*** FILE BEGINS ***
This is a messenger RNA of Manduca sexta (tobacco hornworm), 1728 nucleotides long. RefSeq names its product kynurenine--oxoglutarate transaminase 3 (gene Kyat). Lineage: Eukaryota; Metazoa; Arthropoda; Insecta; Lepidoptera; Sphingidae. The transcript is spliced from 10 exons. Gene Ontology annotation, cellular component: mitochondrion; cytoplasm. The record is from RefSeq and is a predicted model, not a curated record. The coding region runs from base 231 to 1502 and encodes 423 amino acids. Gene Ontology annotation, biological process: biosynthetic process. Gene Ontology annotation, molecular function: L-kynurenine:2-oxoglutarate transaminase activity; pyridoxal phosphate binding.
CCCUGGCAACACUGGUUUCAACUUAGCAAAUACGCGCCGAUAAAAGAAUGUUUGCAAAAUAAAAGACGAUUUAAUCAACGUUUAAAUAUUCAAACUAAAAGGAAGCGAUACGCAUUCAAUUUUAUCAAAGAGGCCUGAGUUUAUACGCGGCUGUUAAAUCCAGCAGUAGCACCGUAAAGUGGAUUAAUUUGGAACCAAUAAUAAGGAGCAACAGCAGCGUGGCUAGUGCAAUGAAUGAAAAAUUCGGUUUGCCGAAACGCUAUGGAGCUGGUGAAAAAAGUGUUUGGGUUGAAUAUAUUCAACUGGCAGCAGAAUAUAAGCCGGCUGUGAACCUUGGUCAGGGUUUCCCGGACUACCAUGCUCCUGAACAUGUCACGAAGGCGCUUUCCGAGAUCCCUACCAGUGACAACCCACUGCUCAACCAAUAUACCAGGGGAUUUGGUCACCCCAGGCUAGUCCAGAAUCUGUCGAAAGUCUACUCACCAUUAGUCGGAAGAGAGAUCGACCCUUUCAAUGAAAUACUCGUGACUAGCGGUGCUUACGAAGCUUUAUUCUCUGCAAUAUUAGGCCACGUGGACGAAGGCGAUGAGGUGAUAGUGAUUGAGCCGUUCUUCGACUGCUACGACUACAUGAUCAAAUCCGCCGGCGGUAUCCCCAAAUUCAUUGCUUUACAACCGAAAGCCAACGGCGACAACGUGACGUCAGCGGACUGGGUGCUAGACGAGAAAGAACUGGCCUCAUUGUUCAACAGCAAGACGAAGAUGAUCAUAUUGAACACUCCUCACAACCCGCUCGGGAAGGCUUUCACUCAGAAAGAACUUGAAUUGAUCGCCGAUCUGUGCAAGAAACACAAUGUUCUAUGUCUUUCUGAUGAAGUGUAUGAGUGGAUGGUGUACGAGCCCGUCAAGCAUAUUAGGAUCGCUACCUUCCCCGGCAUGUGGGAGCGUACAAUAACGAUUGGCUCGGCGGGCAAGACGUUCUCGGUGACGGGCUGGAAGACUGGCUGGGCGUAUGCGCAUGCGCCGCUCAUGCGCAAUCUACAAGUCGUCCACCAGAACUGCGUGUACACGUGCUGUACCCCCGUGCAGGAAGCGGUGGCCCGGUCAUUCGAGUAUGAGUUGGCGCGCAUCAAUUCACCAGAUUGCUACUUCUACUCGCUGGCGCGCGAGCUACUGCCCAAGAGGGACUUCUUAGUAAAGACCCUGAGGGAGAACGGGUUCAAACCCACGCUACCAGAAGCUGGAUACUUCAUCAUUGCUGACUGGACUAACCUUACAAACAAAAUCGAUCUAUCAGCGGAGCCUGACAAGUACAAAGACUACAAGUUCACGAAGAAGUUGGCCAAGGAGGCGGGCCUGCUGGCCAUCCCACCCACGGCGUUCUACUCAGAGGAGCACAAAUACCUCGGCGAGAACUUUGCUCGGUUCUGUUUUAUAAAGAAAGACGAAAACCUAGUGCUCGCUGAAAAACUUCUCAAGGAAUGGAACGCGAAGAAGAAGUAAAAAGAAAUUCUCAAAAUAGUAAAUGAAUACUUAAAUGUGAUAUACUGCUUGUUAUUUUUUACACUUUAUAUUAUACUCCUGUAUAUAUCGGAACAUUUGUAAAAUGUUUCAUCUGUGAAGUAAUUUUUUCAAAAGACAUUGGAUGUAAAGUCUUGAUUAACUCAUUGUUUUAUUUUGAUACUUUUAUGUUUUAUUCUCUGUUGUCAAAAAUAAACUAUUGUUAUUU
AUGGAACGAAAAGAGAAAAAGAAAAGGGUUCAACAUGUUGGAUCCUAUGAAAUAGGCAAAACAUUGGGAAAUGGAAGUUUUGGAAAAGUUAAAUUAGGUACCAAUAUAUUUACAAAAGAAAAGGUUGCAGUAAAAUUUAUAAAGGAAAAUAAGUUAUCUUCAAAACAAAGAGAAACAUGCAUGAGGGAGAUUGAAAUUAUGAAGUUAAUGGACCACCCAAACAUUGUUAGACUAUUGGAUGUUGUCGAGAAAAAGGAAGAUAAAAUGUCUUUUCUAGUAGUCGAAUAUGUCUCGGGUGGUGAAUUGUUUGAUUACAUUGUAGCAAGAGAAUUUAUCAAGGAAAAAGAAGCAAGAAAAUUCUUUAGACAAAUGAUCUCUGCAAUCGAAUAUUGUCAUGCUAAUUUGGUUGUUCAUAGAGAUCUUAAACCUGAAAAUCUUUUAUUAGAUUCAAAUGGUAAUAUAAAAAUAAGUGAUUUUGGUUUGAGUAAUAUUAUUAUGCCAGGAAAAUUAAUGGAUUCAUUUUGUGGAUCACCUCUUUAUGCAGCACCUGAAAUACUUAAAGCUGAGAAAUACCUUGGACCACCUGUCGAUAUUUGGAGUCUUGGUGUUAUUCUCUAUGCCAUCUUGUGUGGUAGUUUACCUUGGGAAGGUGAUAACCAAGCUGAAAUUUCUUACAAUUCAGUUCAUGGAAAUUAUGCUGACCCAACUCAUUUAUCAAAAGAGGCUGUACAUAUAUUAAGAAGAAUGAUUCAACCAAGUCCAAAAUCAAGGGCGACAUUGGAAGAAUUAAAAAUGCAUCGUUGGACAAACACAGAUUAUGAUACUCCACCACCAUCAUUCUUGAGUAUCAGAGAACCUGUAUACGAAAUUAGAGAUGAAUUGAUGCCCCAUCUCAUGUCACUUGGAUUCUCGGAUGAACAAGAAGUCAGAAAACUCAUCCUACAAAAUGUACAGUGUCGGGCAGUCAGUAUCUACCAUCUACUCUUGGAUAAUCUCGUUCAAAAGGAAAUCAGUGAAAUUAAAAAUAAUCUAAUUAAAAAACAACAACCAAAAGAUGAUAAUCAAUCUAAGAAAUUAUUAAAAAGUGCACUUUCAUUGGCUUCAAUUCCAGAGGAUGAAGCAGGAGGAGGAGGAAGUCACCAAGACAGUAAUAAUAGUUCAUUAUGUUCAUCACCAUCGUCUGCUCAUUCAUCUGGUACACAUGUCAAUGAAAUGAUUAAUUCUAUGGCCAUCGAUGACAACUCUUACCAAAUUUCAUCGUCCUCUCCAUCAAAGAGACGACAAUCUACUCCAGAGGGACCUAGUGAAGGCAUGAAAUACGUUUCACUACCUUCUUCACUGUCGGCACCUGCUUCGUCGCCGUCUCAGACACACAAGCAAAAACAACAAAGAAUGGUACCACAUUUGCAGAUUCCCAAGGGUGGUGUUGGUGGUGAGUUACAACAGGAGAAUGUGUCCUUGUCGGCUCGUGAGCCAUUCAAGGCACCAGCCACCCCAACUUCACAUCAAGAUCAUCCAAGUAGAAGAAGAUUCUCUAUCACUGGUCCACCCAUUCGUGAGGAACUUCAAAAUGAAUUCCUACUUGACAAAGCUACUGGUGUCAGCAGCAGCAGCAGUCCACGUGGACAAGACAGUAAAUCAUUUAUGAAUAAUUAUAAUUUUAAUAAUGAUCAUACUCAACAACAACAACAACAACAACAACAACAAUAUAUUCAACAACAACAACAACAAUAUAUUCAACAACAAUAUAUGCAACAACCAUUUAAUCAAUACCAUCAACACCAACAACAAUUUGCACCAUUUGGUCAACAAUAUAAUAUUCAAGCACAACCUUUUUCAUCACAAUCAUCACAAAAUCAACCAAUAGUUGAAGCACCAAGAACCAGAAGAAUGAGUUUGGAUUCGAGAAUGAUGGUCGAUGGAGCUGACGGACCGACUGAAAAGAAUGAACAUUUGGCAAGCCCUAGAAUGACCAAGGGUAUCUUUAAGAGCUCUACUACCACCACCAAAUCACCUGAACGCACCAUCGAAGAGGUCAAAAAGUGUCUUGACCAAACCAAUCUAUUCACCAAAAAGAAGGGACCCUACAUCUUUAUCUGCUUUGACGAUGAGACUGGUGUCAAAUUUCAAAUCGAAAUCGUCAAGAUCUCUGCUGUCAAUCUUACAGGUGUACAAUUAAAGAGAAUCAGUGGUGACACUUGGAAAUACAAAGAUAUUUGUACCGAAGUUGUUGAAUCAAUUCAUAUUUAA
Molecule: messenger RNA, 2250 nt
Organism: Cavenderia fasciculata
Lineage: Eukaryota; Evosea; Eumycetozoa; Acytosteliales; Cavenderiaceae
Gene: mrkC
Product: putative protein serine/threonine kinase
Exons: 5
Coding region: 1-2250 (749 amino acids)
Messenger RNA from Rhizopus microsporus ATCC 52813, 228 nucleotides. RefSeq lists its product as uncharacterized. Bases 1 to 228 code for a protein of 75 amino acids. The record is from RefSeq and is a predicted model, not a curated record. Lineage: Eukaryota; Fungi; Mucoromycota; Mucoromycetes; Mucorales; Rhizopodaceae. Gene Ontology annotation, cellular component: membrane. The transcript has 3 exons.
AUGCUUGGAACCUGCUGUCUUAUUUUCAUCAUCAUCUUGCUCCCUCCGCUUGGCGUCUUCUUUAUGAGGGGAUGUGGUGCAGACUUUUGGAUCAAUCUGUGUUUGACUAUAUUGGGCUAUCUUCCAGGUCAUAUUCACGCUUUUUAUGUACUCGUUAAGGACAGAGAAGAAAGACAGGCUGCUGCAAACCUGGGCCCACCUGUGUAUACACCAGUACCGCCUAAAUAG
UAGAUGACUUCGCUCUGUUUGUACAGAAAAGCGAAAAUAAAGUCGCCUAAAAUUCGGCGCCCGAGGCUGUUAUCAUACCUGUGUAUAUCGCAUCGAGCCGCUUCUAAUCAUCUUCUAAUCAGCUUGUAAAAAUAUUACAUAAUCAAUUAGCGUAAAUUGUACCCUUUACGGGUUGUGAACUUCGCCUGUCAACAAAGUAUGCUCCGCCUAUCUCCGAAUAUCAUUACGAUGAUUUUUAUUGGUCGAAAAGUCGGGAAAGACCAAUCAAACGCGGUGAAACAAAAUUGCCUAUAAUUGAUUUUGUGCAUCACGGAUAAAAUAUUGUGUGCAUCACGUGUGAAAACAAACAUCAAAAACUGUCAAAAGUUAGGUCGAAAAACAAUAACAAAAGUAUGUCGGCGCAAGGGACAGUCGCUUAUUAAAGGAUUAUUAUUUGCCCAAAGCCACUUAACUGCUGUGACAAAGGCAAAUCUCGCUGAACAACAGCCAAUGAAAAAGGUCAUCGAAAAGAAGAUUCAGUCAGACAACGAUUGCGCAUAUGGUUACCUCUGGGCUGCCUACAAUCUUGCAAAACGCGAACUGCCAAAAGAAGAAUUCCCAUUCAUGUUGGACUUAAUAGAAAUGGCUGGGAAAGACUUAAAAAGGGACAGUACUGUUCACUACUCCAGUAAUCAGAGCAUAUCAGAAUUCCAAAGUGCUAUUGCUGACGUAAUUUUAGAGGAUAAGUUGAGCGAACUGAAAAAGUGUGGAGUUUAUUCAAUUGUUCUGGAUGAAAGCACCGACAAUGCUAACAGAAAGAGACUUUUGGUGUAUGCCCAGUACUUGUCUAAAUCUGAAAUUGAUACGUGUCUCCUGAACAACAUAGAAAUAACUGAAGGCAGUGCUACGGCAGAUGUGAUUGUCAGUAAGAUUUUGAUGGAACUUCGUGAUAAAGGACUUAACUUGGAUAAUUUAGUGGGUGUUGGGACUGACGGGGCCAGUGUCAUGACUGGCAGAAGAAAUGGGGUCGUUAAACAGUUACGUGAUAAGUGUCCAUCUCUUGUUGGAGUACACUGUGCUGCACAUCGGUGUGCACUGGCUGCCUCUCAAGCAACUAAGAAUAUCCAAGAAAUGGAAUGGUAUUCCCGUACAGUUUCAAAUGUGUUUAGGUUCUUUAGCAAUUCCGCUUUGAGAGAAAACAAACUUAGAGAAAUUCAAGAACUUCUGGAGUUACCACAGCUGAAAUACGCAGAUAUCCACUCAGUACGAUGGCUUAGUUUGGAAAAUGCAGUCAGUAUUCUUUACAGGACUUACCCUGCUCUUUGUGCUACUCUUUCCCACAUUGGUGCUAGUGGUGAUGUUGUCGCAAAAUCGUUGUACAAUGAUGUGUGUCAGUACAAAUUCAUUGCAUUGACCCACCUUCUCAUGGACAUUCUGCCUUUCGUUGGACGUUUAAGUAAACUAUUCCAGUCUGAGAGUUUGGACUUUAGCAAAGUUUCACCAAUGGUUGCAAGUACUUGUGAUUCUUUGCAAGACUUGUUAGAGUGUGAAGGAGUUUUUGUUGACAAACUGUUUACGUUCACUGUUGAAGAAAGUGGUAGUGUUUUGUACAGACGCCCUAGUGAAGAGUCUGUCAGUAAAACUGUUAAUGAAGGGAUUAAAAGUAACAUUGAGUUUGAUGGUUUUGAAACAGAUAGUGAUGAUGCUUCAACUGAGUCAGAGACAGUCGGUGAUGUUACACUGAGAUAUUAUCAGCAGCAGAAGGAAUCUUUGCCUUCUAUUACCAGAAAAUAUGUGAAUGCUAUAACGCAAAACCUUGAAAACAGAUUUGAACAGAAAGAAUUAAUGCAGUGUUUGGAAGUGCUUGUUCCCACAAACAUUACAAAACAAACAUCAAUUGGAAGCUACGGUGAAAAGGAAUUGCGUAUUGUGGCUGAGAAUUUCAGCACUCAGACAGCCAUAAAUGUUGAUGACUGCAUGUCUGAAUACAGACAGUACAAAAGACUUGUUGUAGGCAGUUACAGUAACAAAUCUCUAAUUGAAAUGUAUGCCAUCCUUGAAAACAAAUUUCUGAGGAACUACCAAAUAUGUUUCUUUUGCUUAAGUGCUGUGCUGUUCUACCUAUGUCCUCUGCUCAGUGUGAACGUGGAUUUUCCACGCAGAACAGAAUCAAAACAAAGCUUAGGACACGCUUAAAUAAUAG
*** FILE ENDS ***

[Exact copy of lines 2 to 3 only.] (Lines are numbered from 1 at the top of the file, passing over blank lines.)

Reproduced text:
CCCUGGCAACACUGGUUUCAACUUAGCAAAUACGCGCCGAUAAAAGAAUGUUUGCAAAAUAAAAGACGAUUUAAUCAACGUUUAAAUAUUCAAACUAAAAGGAAGCGAUACGCAUUCAAUUUUAUCAAAGAGGCCUGAGUUUAUACGCGGCUGUUAAAUCCAGCAGUAGCACCGUAAAGUGGAUUAAUUUGGAACCAAUAAUAAGGAGCAACAGCAGCGUGGCUAGUGCAAUGAAUGAAAAAUUCGGUUUGCCGAAACGCUAUGGAGCUGGUGAAAAAAGUGUUUGGGUUGAAUAUAUUCAACUGGCAGCAGAAUAUAAGCCGGCUGUGAACCUUGGUCAGGGUUUCCCGGACUACCAUGCUCCUGAACAUGUCACGAAGGCGCUUUCCGAGAUCCCUACCAGUGACAACCCACUGCUCAACCAAUAUACCAGGGGAUUUGGUCACCCCAGGCUAGUCCAGAAUCUGUCGAAAGUCUACUCACCAUUAGUCGGAAGAGAGAUCGACCCUUUCAAUGAAAUACUCGUGACUAGCGGUGCUUACGAAGCUUUAUUCUCUGCAAUAUUAGGCCACGUGGACGAAGGCGAUGAGGUGAUAGUGAUUGAGCCGUUCUUCGACUGCUACGACUACAUGAUCAAAUCCGCCGGCGGUAUCCCCAAAUUCAUUGCUUUACAACCGAAAGCCAACGGCGACAACGUGACGUCAGCGGACUGGGUGCUAGACGAGAAAGAACUGGCCUCAUUGUUCAACAGCAAGACGAAGAUGAUCAUAUUGAACACUCCUCACAACCCGCUCGGGAAGGCUUUCACUCAGAAAGAACUUGAAUUGAUCGCCGAUCUGUGCAAGAAACACAAUGUUCUAUGUCUUUCUGAUGAAGUGUAUGAGUGGAUGGUGUACGAGCCCGUCAAGCAUAUUAGGAUCGCUACCUUCCCCGGCAUGUGGGAGCGUACAAUAACGAUUGGCUCGGCGGGCAAGACGUUCUCGGUGACGGGCUGGAAGACUGGCUGGGCGUAUGCGCAUGCGCCGCUCAUGCGCAAUCUACAAGUCGUCCACCAGAACUGCGUGUACACGUGCUGUACCCCCGUGCAGGAAGCGGUGGCCCGGUCAUUCGAGUAUGAGUUGGCGCGCAUCAAUUCACCAGAUUGCUACUUCUACUCGCUGGCGCGCGAGCUACUGCCCAAGAGGGACUUCUUAGUAAAGACCCUGAGGGAGAACGGGUUCAAACCCACGCUACCAGAAGCUGGAUACUUCAUCAUUGCUGACUGGACUAACCUUACAAACAAAAUCGAUCUAUCAGCGGAGCCUGACAAGUACAAAGACUACAAGUUCACGAAGAAGUUGGCCAAGGAGGCGGGCCUGCUGGCCAUCCCACCCACGGCGUUCUACUCAGAGGAGCACAAAUACCUCGGCGAGAACUUUGCUCGGUUCUGUUUUAUAAAGAAAGACGAAAACCUAGUGCUCGCUGAAAAACUUCUCAAGGAAUGGAACGCGAAGAAGAAGUAAAAAGAAAUUCUCAAAAUAGUAAAUGAAUACUUAAAUGUGAUAUACUGCUUGUUAUUUUUUACACUUUAUAUUAUACUCCUGUAUAUAUCGGAACAUUUGUAAAAUGUUUCAUCUGUGAAGUAAUUUUUUCAAAAGACAUUGGAUGUAAAGUCUUGAUUAACUCAUUGUUUUAUUUUGAUACUUUUAUGUUUUAUUCUCUGUUGUCAAAAAUAAACUAUUGUUAUUU
AUGGAACGAAAAGAGAAAAAGAAAAGGGUUCAACAUGUUGGAUCCUAUGAAAUAGGCAAAACAUUGGGAAAUGGAAGUUUUGGAAAAGUUAAAUUAGGUACCAAUAUAUUUACAAAAGAAAAGGUUGCAGUAAAAUUUAUAAAGGAAAAUAAGUUAUCUUCAAAACAAAGAGAAACAUGCAUGAGGGAGAUUGAAAUUAUGAAGUUAAUGGACCACCCAAACAUUGUUAGACUAUUGGAUGUUGUCGAGAAAAAGGAAGAUAAAAUGUCUUUUCUAGUAGUCGAAUAUGUCUCGGGUGGUGAAUUGUUUGAUUACAUUGUAGCAAGAGAAUUUAUCAAGGAAAAAGAAGCAAGAAAAUUCUUUAGACAAAUGAUCUCUGCAAUCGAAUAUUGUCAUGCUAAUUUGGUUGUUCAUAGAGAUCUUAAACCUGAAAAUCUUUUAUUAGAUUCAAAUGGUAAUAUAAAAAUAAGUGAUUUUGGUUUGAGUAAUAUUAUUAUGCCAGGAAAAUUAAUGGAUUCAUUUUGUGGAUCACCUCUUUAUGCAGCACCUGAAAUACUUAAAGCUGAGAAAUACCUUGGACCACCUGUCGAUAUUUGGAGUCUUGGUGUUAUUCUCUAUGCCAUCUUGUGUGGUAGUUUACCUUGGGAAGGUGAUAACCAAGCUGAAAUUUCUUACAAUUCAGUUCAUGGAAAUUAUGCUGACCCAACUCAUUUAUCAAAAGAGGCUGUACAUAUAUUAAGAAGAAUGAUUCAACCAAGUCCAAAAUCAAGGGCGACAUUGGAAGAAUUAAAAAUGCAUCGUUGGACAAACACAGAUUAUGAUACUCCACCACCAUCAUUCUUGAGUAUCAGAGAACCUGUAUACGAAAUUAGAGAUGAAUUGAUGCCCCAUCUCAUGUCACUUGGAUUCUCGGAUGAACAAGAAGUCAGAAAACUCAUCCUACAAAAUGUACAGUGUCGGGCAGUCAGUAUCUACCAUCUACUCUUGGAUAAUCUCGUUCAAAAGGAAAUCAGUGAAAUUAAAAAUAAUCUAAUUAAAAAACAACAACCAAAAGAUGAUAAUCAAUCUAAGAAAUUAUUAAAAAGUGCACUUUCAUUGGCUUCAAUUCCAGAGGAUGAAGCAGGAGGAGGAGGAAGUCACCAAGACAGUAAUAAUAGUUCAUUAUGUUCAUCACCAUCGUCUGCUCAUUCAUCUGGUACACAUGUCAAUGAAAUGAUUAAUUCUAUGGCCAUCGAUGACAACUCUUACCAAAUUUCAUCGUCCUCUCCAUCAAAGAGACGACAAUCUACUCCAGAGGGACCUAGUGAAGGCAUGAAAUACGUUUCACUACCUUCUUCACUGUCGGCACCUGCUUCGUCGCCGUCUCAGACACACAAGCAAAAACAACAAAGAAUGGUACCACAUUUGCAGAUUCCCAAGGGUGGUGUUGGUGGUGAGUUACAACAGGAGAAUGUGUCCUUGUCGGCUCGUGAGCCAUUCAAGGCACCAGCCACCCCAACUUCACAUCAAGAUCAUCCAAGUAGAAGAAGAUUCUCUAUCACUGGUCCACCCAUUCGUGAGGAACUUCAAAAUGAAUUCCUACUUGACAAAGCUACUGGUGUCAGCAGCAGCAGCAGUCCACGUGGACAAGACAGUAAAUCAUUUAUGAAUAAUUAUAAUUUUAAUAAUGAUCAUACUCAACAACAACAACAACAACAACAACAACAAUAUAUUCAACAACAACAACAACAAUAUAUUCAACAACAAUAUAUGCAACAACCAUUUAAUCAAUACCAUCAACACCAACAACAAUUUGCACCAUUUGGUCAACAAUAUAAUAUUCAAGCACAACCUUUUUCAUCACAAUCAUCACAAAAUCAACCAAUAGUUGAAGCACCAAGAACCAGAAGAAUGAGUUUGGAUUCGAGAAUGAUGGUCGAUGGAGCUGACGGACCGACUGAAAAGAAUGAACAUUUGGCAAGCCCUAGAAUGACCAAGGGUAUCUUUAAGAGCUCUACUACCACCACCAAAUCACCUGAACGCACCAUCGAAGAGGUCAAAAAGUGUCUUGACCAAACCAAUCUAUUCACCAAAAAGAAGGGACCCUACAUCUUUAUCUGCUUUGACGAUGAGACUGGUGUCAAAUUUCAAAUCGAAAUCGUCAAGAUCUCUGCUGUCAAUCUUACAGGUGUACAAUUAAAGAGAAUCAGUGGUGACACUUGGAAAUACAAAGAUAUUUGUACCGAAGUUGUUGAAUCAAUUCAUAUUUAA